Getting the Necessary Paperwork Ready

Paul Hood

A good grasp of the inner workings of disability claim benefits will significantly increase claimant’s chances of having his request approved. Understanding the procedures as well as the criteria used in evaluating your claims is a must if you want to receive the benefit you rightfully deserve. It is next to impossible to win at something when you do not know the rules that apply. Of course it will be a lot in favor of the opposing team if they alone know the regulations in effect. Consider this, if you are not aware of what should be done, you will never know if the rules that should be applied is being followed at all. Remember that the people making decisions that will affect you are only human and prone to make mistakes.

The first problem every applicant for social security disability faces is the sudden realization that what is disability to you, to your doctor, to any one with common sense, may not be disability as defined by social security. Of course it goes without saying that the people who will determine whether you are legible will have a very different opinion what is disabled and what is not.

Social security disability has a very fact specific set of rules, regulations, tables, and agency policies that are used to determine whether a claimant for disability meets the definition and criteria of disability under the social security system- for the purposes of entitlement to benefits. What seems to you like a fairly simple determination - are you or are you not disabled - becomes something subject to determination according to a set of criteria that often defies common sense and logic.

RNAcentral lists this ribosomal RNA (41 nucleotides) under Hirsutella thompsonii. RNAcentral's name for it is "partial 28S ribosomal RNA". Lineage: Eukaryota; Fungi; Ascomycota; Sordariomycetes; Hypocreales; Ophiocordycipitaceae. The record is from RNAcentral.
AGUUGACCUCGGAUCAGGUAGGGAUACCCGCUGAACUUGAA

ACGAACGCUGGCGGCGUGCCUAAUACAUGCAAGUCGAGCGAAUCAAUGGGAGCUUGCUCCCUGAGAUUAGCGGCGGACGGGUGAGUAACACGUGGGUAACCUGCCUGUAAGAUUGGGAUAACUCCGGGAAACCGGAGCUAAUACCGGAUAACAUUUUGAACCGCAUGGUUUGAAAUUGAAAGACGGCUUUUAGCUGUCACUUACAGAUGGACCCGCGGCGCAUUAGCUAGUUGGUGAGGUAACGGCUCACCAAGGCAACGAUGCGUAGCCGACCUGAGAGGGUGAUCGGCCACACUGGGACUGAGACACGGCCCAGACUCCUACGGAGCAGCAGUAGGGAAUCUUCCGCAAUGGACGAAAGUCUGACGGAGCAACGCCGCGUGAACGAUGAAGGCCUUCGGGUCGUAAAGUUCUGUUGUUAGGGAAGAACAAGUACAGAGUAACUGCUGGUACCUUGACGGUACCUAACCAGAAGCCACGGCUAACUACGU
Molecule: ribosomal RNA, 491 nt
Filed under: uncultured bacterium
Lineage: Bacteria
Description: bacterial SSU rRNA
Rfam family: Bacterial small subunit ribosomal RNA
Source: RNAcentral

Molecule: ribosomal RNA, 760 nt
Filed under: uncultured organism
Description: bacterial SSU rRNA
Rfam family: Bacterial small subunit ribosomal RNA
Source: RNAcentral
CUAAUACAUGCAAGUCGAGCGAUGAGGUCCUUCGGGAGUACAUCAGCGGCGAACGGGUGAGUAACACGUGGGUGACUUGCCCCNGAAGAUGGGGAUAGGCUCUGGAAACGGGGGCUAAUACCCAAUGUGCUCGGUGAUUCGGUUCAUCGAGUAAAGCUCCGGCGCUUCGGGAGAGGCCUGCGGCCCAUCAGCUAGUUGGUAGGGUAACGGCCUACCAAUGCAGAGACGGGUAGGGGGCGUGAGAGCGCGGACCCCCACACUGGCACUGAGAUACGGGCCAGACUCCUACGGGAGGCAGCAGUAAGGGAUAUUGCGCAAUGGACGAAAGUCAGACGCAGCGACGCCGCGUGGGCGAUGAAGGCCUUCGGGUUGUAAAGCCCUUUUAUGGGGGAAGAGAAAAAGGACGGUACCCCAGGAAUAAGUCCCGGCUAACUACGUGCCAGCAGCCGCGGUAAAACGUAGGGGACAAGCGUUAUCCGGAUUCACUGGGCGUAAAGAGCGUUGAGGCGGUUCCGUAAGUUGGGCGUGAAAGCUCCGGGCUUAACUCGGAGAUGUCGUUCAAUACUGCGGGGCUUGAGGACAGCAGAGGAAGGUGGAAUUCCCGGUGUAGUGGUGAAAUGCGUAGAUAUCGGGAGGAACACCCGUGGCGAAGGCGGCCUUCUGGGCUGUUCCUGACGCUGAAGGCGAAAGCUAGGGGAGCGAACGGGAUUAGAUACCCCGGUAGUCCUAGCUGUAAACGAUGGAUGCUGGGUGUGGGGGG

Scott E. Davis states below the importance of documents in settling your disability claim:

‘There is no substitute for well documented medical records. Medical records are critical because judges review them to determine if your story regarding chronic pain and fatigue add up. The medical records also set up and support your doctor’s opinion that you are unable to work. You can win with poorly documented records but it’s not easy.

Judges review your medical records for the consistency of medical care, and whether there is an explanation for your symptoms. Obtaining all available medical tests such as MRI’s, x-rays, laboratory work and clinical evaluations from numerous specialists is important.”

About The Author

Ariel Velasco goes by the author alias of Paul Hood. This author is into books and writing. Reading is an essential part of his life and this has lent a considerable influence in his writing. Well traveled and would always want to travel more. He loves learning more about people and their ways. Took up a Bachelor of Arts in Sociology to further this fascination and had a fulfilling educational experience having been exposed to a wide spectrum of people. Always ready for new opportunities to learn and have a great deal of interest in different fields of expertise.

For questions, comments and additional info about the articles visit

home | site map
© 2005